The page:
DR: I read the scripts for seasons 1 and 2 and visited the set, but in general, I experience the show in real-time when I can share and watch it with my friends and family. While I know what’s going to happen, it’s still amazing to see it all edited together, especially these scenes I was there for when filming.
NB: Do you foresee a series like Space Bastards translating well to TV as well (like The Boys)? Why or why not?
DR: Honestly, I think Space Bastards would work best in animation because the world is so over the top and bizarre, it would cost a fortune to produce in live-action. But if some crazy producer is willing, I wouldn’t want to stop them…
Cover of Space Bastards #3: Artwork by Darick Robertson, Colors by Diego Rodriguez. Cover of Space Bastards #4: Artwork by Darick Robertson, Colors by Pete Pantazis.
NB: Some casual fans may only know you primarily for grounded, gritty superheroes (The Boys) but you make the leap to science fiction effortlessly. Were you a fan of sci-Fi growing up? What creative avenues does the sci-Fi genre unlock from an artistic perspective?
DR: I’m a massive Star Wars geek and have been since 1977. I like most things fantasy and sci-fi, but I think calling “Space Bastards” sci-fi is a stretch. There’s far more Fiction than science going on. Sorta like calling “Duck Dodgers” sci-fi…. our comic is just high octane space fantasy craziness. We’re not out to solve any of nature’s mysteries.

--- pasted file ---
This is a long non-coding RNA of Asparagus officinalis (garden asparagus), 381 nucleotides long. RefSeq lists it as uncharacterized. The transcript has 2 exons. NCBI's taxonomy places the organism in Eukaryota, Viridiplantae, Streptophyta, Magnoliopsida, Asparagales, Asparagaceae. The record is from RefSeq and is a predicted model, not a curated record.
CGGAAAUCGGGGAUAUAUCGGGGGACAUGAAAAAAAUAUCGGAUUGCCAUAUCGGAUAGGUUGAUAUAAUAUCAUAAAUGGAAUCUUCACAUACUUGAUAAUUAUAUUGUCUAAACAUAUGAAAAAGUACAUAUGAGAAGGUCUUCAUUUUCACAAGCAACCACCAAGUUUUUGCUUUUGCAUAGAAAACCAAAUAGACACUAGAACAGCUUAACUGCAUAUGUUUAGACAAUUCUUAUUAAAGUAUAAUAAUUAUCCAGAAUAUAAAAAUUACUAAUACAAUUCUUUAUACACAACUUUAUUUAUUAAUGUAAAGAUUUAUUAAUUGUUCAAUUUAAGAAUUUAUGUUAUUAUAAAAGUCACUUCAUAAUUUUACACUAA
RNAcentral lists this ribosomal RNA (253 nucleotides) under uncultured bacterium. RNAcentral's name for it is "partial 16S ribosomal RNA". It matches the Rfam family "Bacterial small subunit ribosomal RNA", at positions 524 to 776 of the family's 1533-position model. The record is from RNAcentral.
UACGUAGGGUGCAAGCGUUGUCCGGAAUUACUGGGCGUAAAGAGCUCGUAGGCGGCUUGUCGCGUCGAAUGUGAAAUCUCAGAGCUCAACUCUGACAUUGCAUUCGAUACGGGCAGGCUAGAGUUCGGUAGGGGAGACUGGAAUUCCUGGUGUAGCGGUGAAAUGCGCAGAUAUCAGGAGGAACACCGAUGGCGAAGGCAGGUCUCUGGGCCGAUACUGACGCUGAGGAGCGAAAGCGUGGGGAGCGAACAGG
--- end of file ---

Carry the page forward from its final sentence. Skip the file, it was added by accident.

NB: I’ve always admired your ability to bring a face (human or otherworldly) to life in your artwork and Space Bastards really showcases that once again.
DR: Thank you!
NB: While working on artwork for a project, do you tend to develop a favorite character during the process of it all?
DR: Sometimes. Often it’s like choosing my favorite kid, they’re all fun to draw in some ways. Usually, I develop a hatred for certain characters and start to loathe them as if they were real people I can’t stand that I have to spend time with.
NB: If so, what was your favorite to design with Space Bastards?
DR: In the end, it was Zordakk, hands down. The more I drew him, the more his character came into focus. He’s so unassuming until he cuts loose, and then he’s so wild and badass, that drawing him in those contrasts was really fun. You only see him briefly on the first page of issue 1 but he’s featured in issue 3 and throughout the series, he’s a fun and prominent character.
NB: I personally loved how you were able to contrast the two characters of Manny and David S. Proton in the first volume.
DR: I’m glad that came through. I really wanted the reader to feel like they were walking around in Davey’s shoes and feel the threat of the world he gets into once Manny shows up. Their contrast and eventual rivalry really fuel the story. Eric and Joe have great imaginations and are so funny, that bringing this world to the page was a lot of fun. I hope the readers have as much fun as I did.
Visit the Kickstarter page for their upcoming volume 2: https://www.kickstarter.com/projects/roysharpton/space-bastards-volume-2-hardcover
Thanks for reading this article!